Gallstones are small stones, usually made of cholesterol, that form in the gallbladder. In most cases, they don’t cause any symptoms and don’t need to be treated. But if a gallstone becomes trapped in an opening (duct) inside the gallbladder, it can trigger a sudden, intense abdominal pain that usually lasts between 1 and 5 hours.
This type of abdominal pain is known as biliary colic.
Some people with gallstones can also develop complications, such as inflammation of the gallbladder (cholecystitis). This can cause persistent pain, jaundice and/or a fever. When gallstones cause symptoms or complications, it’s known as gallstone disease or cholelithiasis.
Gallstones are thought to develop because of an imbalance in the chemical make-up of bile inside the gallbladder. In most cases the levels of cholesterol in bile become too high and the excess cholesterol forms into stones.
Gallstones are very common. It’s estimated more than 1 in every 10 adults in the UK has gallstones, although only a minority of people develop symptoms.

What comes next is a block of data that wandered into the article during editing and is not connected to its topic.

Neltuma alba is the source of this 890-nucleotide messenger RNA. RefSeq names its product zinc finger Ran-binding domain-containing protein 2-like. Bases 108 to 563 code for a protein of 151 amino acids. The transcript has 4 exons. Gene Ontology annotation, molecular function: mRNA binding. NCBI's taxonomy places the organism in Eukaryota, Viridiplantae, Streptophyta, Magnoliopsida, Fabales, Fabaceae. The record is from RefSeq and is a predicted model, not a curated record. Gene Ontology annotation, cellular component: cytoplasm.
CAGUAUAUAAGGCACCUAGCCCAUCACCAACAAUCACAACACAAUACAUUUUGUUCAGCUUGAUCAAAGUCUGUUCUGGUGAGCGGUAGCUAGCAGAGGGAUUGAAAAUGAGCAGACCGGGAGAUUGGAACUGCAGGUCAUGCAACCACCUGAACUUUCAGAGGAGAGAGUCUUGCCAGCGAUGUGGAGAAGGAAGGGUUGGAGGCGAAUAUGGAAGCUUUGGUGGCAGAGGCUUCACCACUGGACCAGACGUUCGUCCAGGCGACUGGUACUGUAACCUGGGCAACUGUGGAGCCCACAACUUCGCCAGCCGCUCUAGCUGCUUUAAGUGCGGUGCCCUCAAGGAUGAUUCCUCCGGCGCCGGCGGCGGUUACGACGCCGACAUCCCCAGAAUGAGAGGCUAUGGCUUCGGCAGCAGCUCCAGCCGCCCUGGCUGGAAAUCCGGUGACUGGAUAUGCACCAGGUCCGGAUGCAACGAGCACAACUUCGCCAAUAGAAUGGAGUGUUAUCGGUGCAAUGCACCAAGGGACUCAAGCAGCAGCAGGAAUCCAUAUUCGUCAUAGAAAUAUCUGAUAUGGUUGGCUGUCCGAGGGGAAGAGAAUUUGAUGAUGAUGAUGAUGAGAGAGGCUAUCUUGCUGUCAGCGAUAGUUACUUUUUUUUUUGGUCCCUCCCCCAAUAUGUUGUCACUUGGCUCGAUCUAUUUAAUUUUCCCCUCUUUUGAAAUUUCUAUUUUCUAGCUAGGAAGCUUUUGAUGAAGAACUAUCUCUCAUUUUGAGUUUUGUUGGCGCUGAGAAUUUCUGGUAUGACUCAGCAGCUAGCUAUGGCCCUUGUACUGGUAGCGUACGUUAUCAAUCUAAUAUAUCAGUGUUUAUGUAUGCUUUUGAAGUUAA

You’re more at risk of developing gallstones if you’re:
- overweight or obese
- female (particularly if you have had children)
- 40 or over (the risk increases as you get older)
Treatment is usually only necessary if gallstones are causing:
- symptoms, such as abdominal pain
- complications, such as jaundice or acute pancreatitis
In these cases, keyhole surgery to remove the gallbladder may be recommended. This procedure, known as a laparoscopic cholecystectomy, is relatively simple to perform and has a low risk of complications.
It’s possible to lead a normal life without a gallbladder. Your liver will still produce bile to digest food, but the bile will drip continuously into the small intestine, rather than build up in the gallbladder.